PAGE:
Steven Harper Piziks on Homelessness

Steven Harper Piziks (Twitter, LJ, Facebook)  is one of the first Michigan authors I remember meeting back when I started to take this writing thing more seriously. His most recent books are The Doomsday Vault [Amazon | B&N | Mysterious Galaxy] and The Impossible Cube [Amazon | B&N | Mysterious Galaxy]. Steven’s oldest son recently became homeless. I can’t imagine what he and his family are going through right now. He talks here about his experiences, about how his son Sasha opened his eyes to the problem of homelessness, and the things Steven is doing to try to raise money and awareness for people like his son.


I’ve mentioned elsewhere ( that my son Sasha is homeless. The reasons are difficult and terrible, and the short version is that it’s the least worst of all choices.

Last winter he spent his days on the street and his nights in a series of church basements. I worried about him constantly. He got robbed at knife point once. Another time he got caught outside when the church closed its doors for the night and he had to spend a winter night outdoors. It isn’t something I ever envisioned for the little boy I adopted seven years ago from Ukraine.

After several months, Sasha managed to get a bed at the Delonis Shelter in downtown Ann Arbor. He’s working on his GED and trying to find a job. It isn’t easy, however, for a 19-year-old to find work without a high school diploma.

I do see him from time to time. It’s a surreal version of a dad visiting his son at college. I drive down to Ann Arbor, pick him up at a warped version of a dormitory, and take him to lunch somewhere. We talk, I ask him if he needs anything like shoes or a trip to the laundromat, I slip him $20, give him a hug, and drop him off at the dorm again. Except it isn’t a dorm, and he isn’t heading back inside to finish a paper for Monday class.

Sasha once gave me a tour of Ann Arbor from the homeless point of view. We were strolling around downtown, and this is how it went:

“He’s homeless,” Sasha said, pointing at a man in a polo shirt and baseball cap as we strolled past the bus station. “And so is he, and him.” This at two more men, both clean-shaven, in jeans and work shirts. They looked like two guys heading home after their morning shift.

“Later I have to go down to the dorms,” Sasha said in his accented English. “This is the good time of year for finding stuff. The University [of Michigan] students are all moving out, and they throw things away. A friend of mine found a laptop in the trash piles. Worked fine. You can get good furniture–desks, chairs. But we have nowhere to put them, so we leave them. And food! The students throw out all kinds of food everywhere. Cans and bottles and milk and peanut butter and Ramen noodles. All good, all to eat. Walk behind the dorms and you find anything you want. They waste everything, and we have nothing here. I don’t understand it.”

“She’s homeless,” he continued, and pointed at a teenaged girl in a hoodie with a purse. “She’s seventeen and she ran away from home. I don’t know why.” He nodded at a woman with stringy gray hair. She wore a brown sweater despite the warm spring day. Smoke trailed from her cigarette. “She’s forty and homeless and pregnant. Her boyfriend lived in a hotel until they kicked him out because he had no money for the rent.”

“I don’t take the food,” he said. “Not if it’s open. I don’t think it’s good. And I don’t climb into dumpsters. Not yet. I am embarrassed to be seen doing that.”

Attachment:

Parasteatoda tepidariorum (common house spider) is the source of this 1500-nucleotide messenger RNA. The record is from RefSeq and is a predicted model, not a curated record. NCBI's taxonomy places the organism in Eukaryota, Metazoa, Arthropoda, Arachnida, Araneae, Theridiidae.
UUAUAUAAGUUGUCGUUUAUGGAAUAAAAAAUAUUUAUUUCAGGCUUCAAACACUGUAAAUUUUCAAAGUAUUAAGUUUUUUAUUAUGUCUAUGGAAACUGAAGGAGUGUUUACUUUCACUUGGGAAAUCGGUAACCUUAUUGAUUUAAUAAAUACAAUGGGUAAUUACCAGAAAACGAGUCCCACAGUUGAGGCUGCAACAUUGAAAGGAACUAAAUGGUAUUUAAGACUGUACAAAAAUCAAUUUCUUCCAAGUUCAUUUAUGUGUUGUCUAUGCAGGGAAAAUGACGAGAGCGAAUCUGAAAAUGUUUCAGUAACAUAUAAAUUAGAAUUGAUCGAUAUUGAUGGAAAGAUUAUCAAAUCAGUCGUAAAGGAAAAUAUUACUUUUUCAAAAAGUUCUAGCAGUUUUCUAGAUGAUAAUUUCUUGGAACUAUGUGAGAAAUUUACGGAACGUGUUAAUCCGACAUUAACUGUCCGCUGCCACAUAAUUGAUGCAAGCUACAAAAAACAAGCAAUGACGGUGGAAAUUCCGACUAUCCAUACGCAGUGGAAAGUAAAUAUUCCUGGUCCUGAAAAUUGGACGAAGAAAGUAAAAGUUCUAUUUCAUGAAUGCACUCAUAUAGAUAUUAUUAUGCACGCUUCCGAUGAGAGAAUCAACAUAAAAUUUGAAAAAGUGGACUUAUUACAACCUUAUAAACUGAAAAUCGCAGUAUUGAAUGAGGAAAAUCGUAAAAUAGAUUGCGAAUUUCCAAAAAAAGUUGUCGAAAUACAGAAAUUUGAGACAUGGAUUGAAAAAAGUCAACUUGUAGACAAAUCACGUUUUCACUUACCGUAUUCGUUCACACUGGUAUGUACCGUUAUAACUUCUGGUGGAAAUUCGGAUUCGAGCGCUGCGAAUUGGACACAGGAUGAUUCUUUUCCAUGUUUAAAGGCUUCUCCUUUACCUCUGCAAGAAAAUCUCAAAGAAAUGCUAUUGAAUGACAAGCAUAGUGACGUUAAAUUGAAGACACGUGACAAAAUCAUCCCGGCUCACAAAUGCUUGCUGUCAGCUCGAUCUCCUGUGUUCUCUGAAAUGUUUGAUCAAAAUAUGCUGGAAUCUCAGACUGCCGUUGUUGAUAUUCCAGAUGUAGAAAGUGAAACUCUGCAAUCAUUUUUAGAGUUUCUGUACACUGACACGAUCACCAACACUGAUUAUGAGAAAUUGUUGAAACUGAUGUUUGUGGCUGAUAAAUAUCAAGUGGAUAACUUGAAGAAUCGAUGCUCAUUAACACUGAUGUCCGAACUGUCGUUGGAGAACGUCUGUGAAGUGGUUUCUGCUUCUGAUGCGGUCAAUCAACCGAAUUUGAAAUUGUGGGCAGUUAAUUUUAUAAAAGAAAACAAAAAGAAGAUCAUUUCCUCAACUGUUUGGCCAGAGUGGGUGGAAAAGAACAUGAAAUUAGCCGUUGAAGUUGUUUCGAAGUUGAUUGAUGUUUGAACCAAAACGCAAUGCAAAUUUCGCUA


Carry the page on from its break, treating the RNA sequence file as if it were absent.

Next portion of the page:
A man with silver-streaked curly brown hair half strutted, half strolled across the street. He wore a suit jacket and slacks.

“I call him Peter Pan,” Sasha said. “He acts like he can fly. I worry he will get hit by car.”

We passed a row of restaurants and cafes.

“Some places will give you food at the end of the day,” Sasha said. “But you have to be there right when they close. Pizza places throw everything out, but I do not want to get it from the garbage, so sometimes I ask the girls at closing time, and they give some to me.”

“If you have a Bridge Card [food stamps], you can buy sandwiches or hot coffee from the grocery store, but there is no place to keep extra food at the shelter. So you can’t buy groceries, only expensive sandwiches.”

We passed an older man and a woman with backpacks and grocery bags. Sasha waved at them, and they waved back.

“I know them. They are going to Camp Take Notice,” he said.

Camp Take Notice, Sasha explained, is a strip of state-owned woodland on the outskirts of Ann Arbor. In the last few months, it’s become a shanty town of tents and ramshackle shelters for people with nowhere else to go. Its name is unofficial. The government, however, is now forcing the people off the land and building a fence around the land to keep them out. I blogged about that at the link above.

“Everyone looks at you funny if you have nowhere to live,” Sasha finished. “Like you aren’t a real person. It is hard.”

Every town has a homeless scene. I’ve become adept at spotting it now. Like a magician, Sasha has made the unseen fully visible to me. The restaurant where people come for food. The dumpster where people go to scavenge. The building where they go to sleep. The teenager/woman/man heading down the sidewalk, trying to look like they have somewhere to go.

We can help. For the next year, I’m donating the royalties from my ebooks at Book View Café and Amazon to the Delonis Shelter. Every time you buy one, you’re making a donation. You can also donate to the shelter directly at their website. Equally good is to donate to your local organization or shelter for the homeless. Every dollar counts.

Together we can make the least worst a little better.